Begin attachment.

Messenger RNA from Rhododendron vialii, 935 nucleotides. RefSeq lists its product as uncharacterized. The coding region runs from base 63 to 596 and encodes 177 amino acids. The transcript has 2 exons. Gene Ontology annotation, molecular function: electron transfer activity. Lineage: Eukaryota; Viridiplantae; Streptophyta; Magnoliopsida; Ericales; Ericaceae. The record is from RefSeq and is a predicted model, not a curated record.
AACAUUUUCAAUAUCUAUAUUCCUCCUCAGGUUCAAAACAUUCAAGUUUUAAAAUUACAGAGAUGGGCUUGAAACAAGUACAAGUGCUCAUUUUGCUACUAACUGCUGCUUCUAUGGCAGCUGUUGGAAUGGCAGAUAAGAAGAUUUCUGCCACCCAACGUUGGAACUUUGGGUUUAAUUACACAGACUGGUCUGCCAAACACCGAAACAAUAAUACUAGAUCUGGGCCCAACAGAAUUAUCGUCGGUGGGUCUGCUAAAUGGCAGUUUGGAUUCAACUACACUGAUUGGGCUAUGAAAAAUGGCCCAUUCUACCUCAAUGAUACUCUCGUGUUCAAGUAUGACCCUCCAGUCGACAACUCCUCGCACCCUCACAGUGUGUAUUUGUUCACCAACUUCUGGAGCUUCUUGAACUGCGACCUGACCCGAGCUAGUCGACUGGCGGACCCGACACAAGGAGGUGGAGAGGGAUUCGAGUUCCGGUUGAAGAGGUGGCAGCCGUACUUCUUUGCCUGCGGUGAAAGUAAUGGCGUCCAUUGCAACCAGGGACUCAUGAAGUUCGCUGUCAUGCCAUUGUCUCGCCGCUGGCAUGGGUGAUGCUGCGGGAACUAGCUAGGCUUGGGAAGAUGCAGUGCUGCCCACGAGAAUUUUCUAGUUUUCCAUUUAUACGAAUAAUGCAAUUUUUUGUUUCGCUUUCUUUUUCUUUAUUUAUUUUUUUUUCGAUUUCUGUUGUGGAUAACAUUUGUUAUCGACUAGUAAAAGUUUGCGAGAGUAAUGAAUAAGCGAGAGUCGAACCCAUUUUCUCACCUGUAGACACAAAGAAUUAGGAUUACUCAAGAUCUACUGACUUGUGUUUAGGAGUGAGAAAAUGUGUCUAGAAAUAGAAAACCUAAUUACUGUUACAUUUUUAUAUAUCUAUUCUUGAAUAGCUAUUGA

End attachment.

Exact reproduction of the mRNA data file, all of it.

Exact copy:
Messenger RNA from Rhododendron vialii, 935 nucleotides. RefSeq lists its product as uncharacterized. The coding region runs from base 63 to 596 and encodes 177 amino acids. The transcript has 2 exons. Gene Ontology annotation, molecular function: electron transfer activity. Lineage: Eukaryota; Viridiplantae; Streptophyta; Magnoliopsida; Ericales; Ericaceae. The record is from RefSeq and is a predicted model, not a curated record.
AACAUUUUCAAUAUCUAUAUUCCUCCUCAGGUUCAAAACAUUCAAGUUUUAAAAUUACAGAGAUGGGCUUGAAACAAGUACAAGUGCUCAUUUUGCUACUAACUGCUGCUUCUAUGGCAGCUGUUGGAAUGGCAGAUAAGAAGAUUUCUGCCACCCAACGUUGGAACUUUGGGUUUAAUUACACAGACUGGUCUGCCAAACACCGAAACAAUAAUACUAGAUCUGGGCCCAACAGAAUUAUCGUCGGUGGGUCUGCUAAAUGGCAGUUUGGAUUCAACUACACUGAUUGGGCUAUGAAAAAUGGCCCAUUCUACCUCAAUGAUACUCUCGUGUUCAAGUAUGACCCUCCAGUCGACAACUCCUCGCACCCUCACAGUGUGUAUUUGUUCACCAACUUCUGGAGCUUCUUGAACUGCGACCUGACCCGAGCUAGUCGACUGGCGGACCCGACACAAGGAGGUGGAGAGGGAUUCGAGUUCCGGUUGAAGAGGUGGCAGCCGUACUUCUUUGCCUGCGGUGAAAGUAAUGGCGUCCAUUGCAACCAGGGACUCAUGAAGUUCGCUGUCAUGCCAUUGUCUCGCCGCUGGCAUGGGUGAUGCUGCGGGAACUAGCUAGGCUUGGGAAGAUGCAGUGCUGCCCACGAGAAUUUUCUAGUUUUCCAUUUAUACGAAUAAUGCAAUUUUUUGUUUCGCUUUCUUUUUCUUUAUUUAUUUUUUUUUCGAUUUCUGUUGUGGAUAACAUUUGUUAUCGACUAGUAAAAGUUUGCGAGAGUAAUGAAUAAGCGAGAGUCGAACCCAUUUUCUCACCUGUAGACACAAAGAAUUAGGAUUACUCAAGAUCUACUGACUUGUGUUUAGGAGUGAGAAAAUGUGUCUAGAAAUAGAAAACCUAAUUACUGUUACAUUUUUAUAUAUCUAUUCUUGAAUAGCUAUUGA